In college I volunteered at a youth conference in New Mexico. It wasn’t much of a sacrifice—a free trip to Taosand a week of skiing and hot chocolate. One night after a Q&A session, a youth pastor attending the conference asked if I wanted to grab some coffee, “I really respect your opinions on ministry,” he said, “Let’s go talk more about what God is doing in your life.”
I hopped in his car that evening, excited, thinking that this might lead to a future job opportunity. When he took me to an intimately–lit restaurant instead of Starbucks, I should have seen a red flag or two. At dinner he asked me about my views on politics, on the church, on the bible. As we drove home I looked out the car window at the mountains and felt proud of the attention I was receiving—proud that someone in leadership wanted to hear from me. It never occurred to me to ask what his wife was doing that night or where his children were. When we pulled in front of the hotel he put his hand on my thigh, “I really respect you, Aubrey.”
Although nothing happened, I felt stupid for getting into his car. I felt ridiculous for my naivety and even more embarrassed that I liked this man’s attention. I felt weak and ashamed. I bolted out of his car, ran back to my hotel room, and cried in the bathroom for an hour.
I shared that story a few years ago at a conference in New York City. I was one of two women at my table and as soon as we had a break I suggested we escape the testosterone and grab some coffee and yummy cheeses at Zabar’s. (I really wanted to reenact some Meg Ryan moments from You’ve Got Mail but I didn’t tell her that.)
As we walked back to the conference and talked about our plans for returning home, she began to tear up. “Is everything okay?” I asked.
We sat on a bench near our subway station and through tears she told me that my story had caused a traumatic memory of her own to resurface. When she was seventeen years old, her boss at the restaurant where she worked would take her into his office, lock the door, and pay her to perform sexual acts. “I should have walked away, told my parents, done something,” she told me, “But part of me liked the power and the attention. And now I feel like a prostitute and I know God will never do anything in my life because of it.”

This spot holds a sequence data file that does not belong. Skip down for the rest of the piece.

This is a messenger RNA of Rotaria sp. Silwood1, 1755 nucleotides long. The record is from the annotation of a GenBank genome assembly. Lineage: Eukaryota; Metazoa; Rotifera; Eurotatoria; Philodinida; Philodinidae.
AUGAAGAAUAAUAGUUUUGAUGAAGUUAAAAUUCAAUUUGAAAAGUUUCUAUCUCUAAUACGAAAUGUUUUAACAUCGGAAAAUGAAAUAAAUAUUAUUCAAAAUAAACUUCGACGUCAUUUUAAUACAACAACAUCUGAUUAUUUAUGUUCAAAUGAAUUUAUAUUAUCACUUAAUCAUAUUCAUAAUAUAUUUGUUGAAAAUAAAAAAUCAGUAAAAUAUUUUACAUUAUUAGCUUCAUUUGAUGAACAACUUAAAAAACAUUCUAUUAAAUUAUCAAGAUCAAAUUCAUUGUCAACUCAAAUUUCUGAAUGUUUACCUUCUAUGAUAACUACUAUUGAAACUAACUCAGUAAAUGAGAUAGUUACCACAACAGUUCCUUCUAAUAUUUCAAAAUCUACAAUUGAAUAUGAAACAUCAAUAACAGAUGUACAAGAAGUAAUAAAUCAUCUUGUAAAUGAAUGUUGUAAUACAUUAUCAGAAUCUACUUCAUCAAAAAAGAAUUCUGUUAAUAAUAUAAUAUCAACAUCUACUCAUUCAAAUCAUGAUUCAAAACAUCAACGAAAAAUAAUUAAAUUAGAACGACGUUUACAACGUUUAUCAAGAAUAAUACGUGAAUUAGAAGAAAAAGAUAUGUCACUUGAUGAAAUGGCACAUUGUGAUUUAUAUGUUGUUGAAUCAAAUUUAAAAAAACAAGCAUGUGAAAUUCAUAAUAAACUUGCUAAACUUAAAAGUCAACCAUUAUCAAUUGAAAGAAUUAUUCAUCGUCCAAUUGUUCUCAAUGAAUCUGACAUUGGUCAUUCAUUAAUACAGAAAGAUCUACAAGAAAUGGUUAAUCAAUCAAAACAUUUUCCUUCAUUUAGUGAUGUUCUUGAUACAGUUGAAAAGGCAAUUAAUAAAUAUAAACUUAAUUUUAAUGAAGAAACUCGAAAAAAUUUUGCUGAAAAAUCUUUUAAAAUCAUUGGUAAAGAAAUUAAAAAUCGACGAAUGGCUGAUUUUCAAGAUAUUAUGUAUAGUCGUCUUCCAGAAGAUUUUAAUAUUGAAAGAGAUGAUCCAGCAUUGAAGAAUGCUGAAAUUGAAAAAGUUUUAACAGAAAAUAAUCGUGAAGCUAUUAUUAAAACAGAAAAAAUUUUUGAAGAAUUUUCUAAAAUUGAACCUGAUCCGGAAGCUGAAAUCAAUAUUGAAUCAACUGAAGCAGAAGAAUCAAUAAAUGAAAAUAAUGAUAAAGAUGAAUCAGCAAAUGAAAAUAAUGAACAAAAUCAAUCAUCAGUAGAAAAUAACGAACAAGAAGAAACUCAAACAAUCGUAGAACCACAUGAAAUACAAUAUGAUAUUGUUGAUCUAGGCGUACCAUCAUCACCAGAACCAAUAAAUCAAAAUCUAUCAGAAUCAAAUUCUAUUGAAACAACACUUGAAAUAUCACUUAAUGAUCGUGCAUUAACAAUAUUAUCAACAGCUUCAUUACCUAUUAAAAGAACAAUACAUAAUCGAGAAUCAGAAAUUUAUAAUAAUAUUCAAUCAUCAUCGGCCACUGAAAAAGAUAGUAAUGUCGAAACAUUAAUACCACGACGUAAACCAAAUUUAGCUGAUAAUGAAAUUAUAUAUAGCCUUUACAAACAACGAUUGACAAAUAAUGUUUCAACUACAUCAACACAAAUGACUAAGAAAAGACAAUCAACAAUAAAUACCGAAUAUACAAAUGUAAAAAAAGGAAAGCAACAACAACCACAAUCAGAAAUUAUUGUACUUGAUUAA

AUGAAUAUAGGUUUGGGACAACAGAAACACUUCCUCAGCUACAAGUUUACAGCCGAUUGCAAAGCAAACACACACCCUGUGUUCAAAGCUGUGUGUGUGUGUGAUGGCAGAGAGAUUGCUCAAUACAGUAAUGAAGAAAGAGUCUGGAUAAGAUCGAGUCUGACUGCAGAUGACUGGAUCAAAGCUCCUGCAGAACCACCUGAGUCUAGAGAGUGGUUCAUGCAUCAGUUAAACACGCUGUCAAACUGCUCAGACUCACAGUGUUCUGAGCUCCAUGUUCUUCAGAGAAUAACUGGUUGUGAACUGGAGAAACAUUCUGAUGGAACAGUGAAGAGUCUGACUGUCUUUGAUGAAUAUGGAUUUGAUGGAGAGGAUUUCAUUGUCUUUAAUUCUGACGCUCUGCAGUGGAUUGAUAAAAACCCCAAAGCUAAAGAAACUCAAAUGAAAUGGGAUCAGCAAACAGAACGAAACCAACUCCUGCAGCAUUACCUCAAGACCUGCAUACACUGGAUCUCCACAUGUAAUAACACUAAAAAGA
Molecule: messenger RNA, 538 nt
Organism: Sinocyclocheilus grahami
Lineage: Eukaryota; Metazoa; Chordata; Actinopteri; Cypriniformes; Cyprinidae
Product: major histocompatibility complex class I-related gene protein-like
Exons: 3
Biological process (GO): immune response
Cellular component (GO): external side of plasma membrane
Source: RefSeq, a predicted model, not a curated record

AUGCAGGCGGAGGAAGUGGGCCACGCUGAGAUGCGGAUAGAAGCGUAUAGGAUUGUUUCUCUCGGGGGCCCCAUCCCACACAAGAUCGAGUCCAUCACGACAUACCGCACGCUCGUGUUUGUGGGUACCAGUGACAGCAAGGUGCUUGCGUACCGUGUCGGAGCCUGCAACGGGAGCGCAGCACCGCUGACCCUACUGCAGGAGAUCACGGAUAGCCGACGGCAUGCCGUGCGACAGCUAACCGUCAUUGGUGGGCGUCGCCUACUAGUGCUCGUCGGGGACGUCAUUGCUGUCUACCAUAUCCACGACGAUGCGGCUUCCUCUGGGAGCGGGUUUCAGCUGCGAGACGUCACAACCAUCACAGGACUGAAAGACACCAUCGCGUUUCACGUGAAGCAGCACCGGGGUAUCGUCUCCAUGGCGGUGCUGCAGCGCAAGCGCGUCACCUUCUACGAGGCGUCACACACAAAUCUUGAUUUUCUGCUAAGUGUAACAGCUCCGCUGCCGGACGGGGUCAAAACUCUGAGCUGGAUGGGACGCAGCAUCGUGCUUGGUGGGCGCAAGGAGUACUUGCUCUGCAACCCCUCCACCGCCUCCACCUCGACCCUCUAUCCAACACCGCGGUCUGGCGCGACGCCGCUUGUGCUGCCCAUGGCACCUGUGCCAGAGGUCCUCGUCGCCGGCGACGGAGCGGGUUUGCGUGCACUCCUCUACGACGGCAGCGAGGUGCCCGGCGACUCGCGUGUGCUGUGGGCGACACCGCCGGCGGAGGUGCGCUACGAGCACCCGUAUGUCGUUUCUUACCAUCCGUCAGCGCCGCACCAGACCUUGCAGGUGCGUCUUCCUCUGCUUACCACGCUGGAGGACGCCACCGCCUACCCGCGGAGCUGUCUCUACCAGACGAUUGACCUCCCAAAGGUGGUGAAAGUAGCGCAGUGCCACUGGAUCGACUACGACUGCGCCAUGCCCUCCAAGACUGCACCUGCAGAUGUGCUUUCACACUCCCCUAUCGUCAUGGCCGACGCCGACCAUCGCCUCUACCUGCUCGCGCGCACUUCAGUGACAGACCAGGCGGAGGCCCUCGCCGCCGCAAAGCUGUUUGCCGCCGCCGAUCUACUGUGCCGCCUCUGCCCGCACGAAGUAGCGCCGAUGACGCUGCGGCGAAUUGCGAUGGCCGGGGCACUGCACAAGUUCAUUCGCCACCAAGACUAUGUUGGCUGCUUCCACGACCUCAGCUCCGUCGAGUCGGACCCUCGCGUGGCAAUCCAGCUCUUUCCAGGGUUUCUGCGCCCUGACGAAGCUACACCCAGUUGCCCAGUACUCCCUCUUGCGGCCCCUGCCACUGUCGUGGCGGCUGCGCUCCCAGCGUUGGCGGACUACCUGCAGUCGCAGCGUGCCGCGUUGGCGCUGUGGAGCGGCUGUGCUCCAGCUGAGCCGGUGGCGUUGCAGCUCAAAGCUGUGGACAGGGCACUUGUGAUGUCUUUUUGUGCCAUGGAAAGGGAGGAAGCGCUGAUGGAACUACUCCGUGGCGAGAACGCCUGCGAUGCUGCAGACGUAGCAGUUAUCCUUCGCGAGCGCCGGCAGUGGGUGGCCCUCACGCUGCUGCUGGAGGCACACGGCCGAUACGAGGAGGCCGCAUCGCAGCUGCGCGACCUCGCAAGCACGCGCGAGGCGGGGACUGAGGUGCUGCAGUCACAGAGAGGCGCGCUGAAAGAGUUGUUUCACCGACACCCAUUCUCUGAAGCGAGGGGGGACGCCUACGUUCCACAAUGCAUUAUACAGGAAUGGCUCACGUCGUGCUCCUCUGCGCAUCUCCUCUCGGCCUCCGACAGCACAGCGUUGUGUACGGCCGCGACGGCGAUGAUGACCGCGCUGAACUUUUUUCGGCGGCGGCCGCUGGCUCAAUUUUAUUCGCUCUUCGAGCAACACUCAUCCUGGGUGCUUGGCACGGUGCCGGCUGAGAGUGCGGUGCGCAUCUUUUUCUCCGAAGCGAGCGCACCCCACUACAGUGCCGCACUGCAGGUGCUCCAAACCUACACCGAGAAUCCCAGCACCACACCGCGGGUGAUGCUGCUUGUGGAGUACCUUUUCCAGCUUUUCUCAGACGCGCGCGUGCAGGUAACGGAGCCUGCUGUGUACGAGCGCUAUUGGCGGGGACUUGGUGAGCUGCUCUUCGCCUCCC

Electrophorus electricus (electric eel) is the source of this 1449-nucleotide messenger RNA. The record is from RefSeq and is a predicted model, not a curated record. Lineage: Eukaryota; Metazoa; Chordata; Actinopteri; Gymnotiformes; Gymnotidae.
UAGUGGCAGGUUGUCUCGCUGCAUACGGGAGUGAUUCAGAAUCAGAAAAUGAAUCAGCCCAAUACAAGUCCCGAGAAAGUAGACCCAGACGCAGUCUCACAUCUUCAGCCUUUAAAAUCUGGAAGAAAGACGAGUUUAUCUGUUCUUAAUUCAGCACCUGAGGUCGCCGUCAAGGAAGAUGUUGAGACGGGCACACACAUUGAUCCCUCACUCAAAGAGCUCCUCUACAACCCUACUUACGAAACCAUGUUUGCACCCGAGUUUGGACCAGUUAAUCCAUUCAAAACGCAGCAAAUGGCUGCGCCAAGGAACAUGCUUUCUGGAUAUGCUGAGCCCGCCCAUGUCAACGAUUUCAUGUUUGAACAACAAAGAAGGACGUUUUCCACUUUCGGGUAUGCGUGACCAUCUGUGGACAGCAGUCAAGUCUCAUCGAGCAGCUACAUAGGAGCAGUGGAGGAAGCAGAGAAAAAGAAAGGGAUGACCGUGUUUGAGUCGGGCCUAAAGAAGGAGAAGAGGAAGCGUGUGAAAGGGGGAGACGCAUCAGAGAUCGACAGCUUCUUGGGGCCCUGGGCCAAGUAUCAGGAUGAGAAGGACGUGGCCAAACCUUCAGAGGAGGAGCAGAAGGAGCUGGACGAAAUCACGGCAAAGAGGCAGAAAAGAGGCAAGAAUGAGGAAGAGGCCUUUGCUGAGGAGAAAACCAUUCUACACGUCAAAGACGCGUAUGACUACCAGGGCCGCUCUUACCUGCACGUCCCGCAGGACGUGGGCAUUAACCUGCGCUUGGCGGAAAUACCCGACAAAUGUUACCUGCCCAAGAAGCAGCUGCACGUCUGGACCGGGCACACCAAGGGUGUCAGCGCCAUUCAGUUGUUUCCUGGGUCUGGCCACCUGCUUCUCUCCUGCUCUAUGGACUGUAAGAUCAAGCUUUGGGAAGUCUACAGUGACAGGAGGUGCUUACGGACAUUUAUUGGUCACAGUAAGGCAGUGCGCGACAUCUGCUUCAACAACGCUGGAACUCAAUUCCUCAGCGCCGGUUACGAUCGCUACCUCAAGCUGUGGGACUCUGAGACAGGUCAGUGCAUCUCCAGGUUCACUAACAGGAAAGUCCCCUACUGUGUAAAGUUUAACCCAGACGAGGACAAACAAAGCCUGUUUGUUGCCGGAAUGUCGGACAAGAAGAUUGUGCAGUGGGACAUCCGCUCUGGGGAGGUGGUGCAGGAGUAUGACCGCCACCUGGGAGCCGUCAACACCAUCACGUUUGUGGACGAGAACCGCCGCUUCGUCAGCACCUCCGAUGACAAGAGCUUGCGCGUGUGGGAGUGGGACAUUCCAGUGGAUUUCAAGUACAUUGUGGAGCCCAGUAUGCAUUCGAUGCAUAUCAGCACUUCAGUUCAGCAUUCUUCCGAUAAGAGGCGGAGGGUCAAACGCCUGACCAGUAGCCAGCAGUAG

Nevermind that this man used his position of power to manipulate her. Nevermind that he should have been arrested for abusing an underage girl. Her shame was overwhelming and in some ways she would always see herself as the girl behind those office doors.
 Rahab the Prostitute
The book of Joshua contains a short story about a woman named Rahab. She was living in the city of Jerichoin Canaan when Joshua, the leader of God’s people, sent two spies on a reconnaissance mission to her city. Somehow the spies arrived at Rahab’s house and the king of Jericho demanded that she hand them over.
Rahab faced a life-altering decision. She could turn over the Israelite spies and probably receive a reward and leverage the opportunity to elevate her status in society. Or she could risk her life and the lives of her family by protecting the spies. Rahab made the more difficult choice; she told the king’s messengers that the spies came and left and then she sent the king’s men on a wild goose- chase. Meanwhile, the spies were hiding on the roof of her house.
We don’t know much about Rahab. We’re told that she was a Canaanite prostitute, though some historians think she was an innkeeper. (I think that may be an attempt to answer the problem of why two of Joshua’s spies were at a prostitute’s house, but that’s a tangent.)